“If you could own a radio station, what would you call it?”, posted a man called Nick in a radio discussion board on Facebook the other day.
Now, this Facebook group is mostly comprised of people complaining about how words are being pronounced in radio news bulletins, or photographs of car registration plates that vaguely look like call letters, so this was a welcome change of pace. I grabbed some popcorn and started reading.
Quite a few imaginary station names ended with “FM”. Some used a frequency, too. I’d suggest that neither of these are a particularly good idea.
Jacobs Media have recently done a study of public radio listeners in the US, and one of the findings lept out at me as being a good indicator of the changing world of radio consumption.
They asked respondents how they listened to their “home” public radio station. 69% of the time, listeners used a radio. 29% of the time, they were using some form of digital device (a “computer stream” being twice as popular, incidentally, as a mobile app).
Now, these are public radio listeners. The average age of the respondents was over 59. These are long-term, traditional, radio listeners — albeit ones who are internet savvy enough to complete a questionnaire on their favourite radio station’s website. But even these people are spending nearly a third of their time listening to the radio on something other than an AM/FM receiver.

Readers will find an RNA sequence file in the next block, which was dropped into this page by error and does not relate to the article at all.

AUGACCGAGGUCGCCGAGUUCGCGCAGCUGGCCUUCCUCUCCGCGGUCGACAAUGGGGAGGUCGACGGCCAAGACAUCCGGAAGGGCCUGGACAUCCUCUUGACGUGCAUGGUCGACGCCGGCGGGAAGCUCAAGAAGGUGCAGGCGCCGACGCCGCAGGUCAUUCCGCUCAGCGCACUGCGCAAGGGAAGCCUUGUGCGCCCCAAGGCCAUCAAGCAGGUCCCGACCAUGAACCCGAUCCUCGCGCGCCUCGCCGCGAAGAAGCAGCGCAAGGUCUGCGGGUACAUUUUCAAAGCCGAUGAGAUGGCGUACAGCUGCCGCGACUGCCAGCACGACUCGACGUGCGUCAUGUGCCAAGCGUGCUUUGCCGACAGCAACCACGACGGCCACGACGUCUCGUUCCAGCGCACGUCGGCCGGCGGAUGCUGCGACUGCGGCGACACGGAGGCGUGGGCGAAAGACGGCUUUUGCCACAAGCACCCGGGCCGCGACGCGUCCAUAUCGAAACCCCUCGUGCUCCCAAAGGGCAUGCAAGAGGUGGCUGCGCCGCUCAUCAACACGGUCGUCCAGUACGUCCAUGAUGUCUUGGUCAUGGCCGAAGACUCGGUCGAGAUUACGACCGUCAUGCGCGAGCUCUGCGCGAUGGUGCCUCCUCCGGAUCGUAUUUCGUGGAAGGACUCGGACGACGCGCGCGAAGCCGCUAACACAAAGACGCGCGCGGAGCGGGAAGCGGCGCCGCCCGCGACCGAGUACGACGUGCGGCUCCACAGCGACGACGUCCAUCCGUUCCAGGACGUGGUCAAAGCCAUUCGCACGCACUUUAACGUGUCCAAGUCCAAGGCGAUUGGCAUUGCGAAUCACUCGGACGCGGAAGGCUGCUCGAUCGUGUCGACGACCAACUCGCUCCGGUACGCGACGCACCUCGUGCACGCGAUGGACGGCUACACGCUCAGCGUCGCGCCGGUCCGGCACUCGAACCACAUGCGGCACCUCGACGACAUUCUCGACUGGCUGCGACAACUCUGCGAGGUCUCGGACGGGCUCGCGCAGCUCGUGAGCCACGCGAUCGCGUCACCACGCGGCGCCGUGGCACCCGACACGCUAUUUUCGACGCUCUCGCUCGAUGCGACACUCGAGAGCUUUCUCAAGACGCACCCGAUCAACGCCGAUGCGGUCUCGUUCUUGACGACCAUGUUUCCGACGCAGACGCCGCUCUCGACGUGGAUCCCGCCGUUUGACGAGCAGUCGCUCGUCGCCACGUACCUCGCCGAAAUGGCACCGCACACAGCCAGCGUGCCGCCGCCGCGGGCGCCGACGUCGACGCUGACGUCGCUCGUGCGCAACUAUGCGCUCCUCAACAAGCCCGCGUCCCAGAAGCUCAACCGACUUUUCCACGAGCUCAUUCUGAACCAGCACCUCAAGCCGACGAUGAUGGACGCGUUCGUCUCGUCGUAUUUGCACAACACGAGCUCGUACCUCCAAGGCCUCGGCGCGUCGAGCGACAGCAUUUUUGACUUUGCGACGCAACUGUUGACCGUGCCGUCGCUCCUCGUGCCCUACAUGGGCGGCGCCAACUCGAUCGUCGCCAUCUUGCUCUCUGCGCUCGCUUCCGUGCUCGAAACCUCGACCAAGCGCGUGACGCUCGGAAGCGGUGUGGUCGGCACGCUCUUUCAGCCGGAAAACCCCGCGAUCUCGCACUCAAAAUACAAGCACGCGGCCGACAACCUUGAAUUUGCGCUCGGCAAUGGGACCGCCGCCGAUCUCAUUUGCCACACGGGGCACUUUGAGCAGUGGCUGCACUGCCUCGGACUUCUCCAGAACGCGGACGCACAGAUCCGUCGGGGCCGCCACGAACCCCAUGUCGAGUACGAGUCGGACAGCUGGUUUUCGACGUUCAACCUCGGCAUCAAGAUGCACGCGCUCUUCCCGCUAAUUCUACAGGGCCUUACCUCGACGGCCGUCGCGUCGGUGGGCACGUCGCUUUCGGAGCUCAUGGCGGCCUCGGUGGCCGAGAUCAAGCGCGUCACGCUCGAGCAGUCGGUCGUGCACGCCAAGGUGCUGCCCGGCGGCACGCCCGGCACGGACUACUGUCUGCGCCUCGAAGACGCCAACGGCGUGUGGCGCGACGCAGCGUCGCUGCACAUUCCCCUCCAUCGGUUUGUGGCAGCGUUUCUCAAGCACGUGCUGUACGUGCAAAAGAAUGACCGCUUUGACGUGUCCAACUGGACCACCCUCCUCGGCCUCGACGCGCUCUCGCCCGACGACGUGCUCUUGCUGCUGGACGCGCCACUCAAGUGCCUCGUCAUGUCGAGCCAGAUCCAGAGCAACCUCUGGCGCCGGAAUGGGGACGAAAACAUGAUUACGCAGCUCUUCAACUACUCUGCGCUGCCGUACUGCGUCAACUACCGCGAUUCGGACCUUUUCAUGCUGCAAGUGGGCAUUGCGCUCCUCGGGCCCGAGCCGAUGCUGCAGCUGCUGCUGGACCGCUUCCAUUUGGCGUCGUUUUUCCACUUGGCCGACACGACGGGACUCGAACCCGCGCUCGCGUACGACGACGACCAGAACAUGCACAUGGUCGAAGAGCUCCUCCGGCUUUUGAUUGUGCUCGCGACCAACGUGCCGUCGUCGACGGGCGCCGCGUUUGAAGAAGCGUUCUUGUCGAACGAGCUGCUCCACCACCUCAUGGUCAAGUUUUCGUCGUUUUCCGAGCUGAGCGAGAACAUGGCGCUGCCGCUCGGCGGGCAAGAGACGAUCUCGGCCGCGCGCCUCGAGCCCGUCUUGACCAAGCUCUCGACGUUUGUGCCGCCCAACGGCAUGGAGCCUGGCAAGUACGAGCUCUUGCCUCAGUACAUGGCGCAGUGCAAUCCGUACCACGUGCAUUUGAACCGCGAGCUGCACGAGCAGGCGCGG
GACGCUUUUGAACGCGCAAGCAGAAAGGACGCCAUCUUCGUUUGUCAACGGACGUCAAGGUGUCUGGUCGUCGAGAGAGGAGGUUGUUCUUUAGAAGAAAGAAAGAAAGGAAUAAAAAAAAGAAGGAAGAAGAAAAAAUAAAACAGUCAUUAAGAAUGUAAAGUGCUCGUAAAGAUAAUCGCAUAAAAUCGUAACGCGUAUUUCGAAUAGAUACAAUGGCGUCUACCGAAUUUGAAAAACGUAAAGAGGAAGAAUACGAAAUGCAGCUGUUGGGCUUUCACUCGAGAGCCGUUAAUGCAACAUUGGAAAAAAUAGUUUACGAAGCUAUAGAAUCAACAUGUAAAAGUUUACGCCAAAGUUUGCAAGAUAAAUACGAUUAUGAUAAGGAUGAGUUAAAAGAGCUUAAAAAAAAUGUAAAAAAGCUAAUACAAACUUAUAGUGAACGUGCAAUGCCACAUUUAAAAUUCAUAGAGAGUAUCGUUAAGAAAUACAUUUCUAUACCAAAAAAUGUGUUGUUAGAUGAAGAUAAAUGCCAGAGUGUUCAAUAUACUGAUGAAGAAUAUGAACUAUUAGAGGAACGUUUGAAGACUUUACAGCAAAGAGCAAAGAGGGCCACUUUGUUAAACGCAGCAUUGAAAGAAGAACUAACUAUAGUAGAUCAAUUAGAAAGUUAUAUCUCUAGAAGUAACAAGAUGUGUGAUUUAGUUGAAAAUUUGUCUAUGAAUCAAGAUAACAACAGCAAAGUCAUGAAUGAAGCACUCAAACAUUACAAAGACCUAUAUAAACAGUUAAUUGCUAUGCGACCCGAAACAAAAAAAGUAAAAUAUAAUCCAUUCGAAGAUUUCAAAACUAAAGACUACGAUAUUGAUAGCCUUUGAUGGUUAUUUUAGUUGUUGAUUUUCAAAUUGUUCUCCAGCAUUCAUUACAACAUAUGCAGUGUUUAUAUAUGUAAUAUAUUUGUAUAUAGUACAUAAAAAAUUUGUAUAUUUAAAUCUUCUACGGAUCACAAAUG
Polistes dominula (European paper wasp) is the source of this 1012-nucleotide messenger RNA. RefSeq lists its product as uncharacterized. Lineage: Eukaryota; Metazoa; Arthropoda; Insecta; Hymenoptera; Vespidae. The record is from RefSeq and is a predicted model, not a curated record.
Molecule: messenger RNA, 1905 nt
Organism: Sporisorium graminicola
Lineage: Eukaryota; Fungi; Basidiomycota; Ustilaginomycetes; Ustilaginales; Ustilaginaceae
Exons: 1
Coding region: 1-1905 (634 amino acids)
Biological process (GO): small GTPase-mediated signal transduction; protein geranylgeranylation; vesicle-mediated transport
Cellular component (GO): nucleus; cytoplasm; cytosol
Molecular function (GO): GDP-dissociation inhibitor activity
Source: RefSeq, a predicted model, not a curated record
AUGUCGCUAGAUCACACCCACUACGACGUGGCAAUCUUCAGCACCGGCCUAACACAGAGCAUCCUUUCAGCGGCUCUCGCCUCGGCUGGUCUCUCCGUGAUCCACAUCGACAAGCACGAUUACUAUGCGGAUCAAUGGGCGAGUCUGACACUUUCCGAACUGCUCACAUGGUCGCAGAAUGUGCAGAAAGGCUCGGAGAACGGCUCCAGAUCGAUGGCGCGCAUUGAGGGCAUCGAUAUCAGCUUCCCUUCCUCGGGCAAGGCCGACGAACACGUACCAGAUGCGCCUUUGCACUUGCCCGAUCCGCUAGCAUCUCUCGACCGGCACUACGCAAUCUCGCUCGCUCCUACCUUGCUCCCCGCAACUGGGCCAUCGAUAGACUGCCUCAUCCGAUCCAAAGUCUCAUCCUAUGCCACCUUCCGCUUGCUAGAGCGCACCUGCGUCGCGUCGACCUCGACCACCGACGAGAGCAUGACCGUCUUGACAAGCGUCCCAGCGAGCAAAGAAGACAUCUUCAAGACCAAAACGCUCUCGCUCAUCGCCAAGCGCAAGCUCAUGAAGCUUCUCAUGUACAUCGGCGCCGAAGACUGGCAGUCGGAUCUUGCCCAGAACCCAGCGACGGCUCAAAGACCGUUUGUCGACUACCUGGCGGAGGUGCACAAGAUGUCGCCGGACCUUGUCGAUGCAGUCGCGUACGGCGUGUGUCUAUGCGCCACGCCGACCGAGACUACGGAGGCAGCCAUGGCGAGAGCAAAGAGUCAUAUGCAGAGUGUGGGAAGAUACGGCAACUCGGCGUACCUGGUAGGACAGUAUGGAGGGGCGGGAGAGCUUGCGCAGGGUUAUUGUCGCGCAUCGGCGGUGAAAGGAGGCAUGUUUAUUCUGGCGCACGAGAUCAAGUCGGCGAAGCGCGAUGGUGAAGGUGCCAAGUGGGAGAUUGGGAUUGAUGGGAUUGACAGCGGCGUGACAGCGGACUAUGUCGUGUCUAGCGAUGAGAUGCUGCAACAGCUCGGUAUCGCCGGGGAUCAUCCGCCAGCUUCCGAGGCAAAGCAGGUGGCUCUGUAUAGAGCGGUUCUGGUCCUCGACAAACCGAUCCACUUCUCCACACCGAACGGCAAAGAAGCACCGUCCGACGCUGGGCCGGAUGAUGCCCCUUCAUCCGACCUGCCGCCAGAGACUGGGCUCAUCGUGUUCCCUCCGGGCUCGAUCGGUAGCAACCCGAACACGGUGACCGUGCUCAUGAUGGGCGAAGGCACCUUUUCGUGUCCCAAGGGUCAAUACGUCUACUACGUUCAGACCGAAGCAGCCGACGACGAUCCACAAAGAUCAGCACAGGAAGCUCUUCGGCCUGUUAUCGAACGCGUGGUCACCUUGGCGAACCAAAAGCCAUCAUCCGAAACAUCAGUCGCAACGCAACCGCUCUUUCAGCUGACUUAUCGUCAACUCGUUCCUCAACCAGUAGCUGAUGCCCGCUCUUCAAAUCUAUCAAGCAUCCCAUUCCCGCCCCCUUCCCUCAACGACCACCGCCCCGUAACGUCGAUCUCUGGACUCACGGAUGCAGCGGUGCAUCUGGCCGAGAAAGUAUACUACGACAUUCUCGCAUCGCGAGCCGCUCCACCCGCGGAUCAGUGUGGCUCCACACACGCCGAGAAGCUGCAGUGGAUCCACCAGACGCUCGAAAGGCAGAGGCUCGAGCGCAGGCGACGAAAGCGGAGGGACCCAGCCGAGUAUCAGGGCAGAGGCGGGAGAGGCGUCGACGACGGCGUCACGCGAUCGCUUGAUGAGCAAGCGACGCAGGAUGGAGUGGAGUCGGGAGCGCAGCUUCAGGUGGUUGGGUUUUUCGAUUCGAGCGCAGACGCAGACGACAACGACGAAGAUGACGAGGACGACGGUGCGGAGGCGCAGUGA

So, I’d warn against using a frequency, or “FM”, in your station name if you can avoid it; since more and more listeners aren’t using either of those things to listen.
Back in the Facebook group, other people were coming up with interesting names. “The Pit”. “The Local”. “Vault”. “Planet Mate”.
In a book The Design of Everyday Things by Donald Norman, he discusses things he calls “affordances” — little clues to help us understand how something works. A really good example of an “affordance” is that metal strip on a office door: it’s put on the side of the door that you push, and it’s there precisely to let you know that you can push this door, and which side to push it.
“FM” or “105.9” is a little clue — an affordance — that this is a radio station. There’s a radio station in the UK called Jazz FM that hasn’t broadcast on FM since 2005; but people know, at least, that it’s a radio station (even if they’re confused as to why they can’t find it on their FM dial).
So, while I love the idea of calling a rock station “The Pit”: at least off-air, in its logo, it needs an affordance, too. I’d make the logo read “The Pit Radio”. Without it, after all, “The Pit” could be anything. The early days of digital radio in the UK were full of radio stations with random names — “The Groove” was one — that needed always clarifying with “we’re a radio station” afterwards, and that made no sense at all.
The world of smart speakers makes station names doubly important: since frequencies or wavebands are pointless on these devices.
It’s certainly the case that branding radio stations is more complicated now than it’s ever been. The word “Radio” might be the most important brand we have.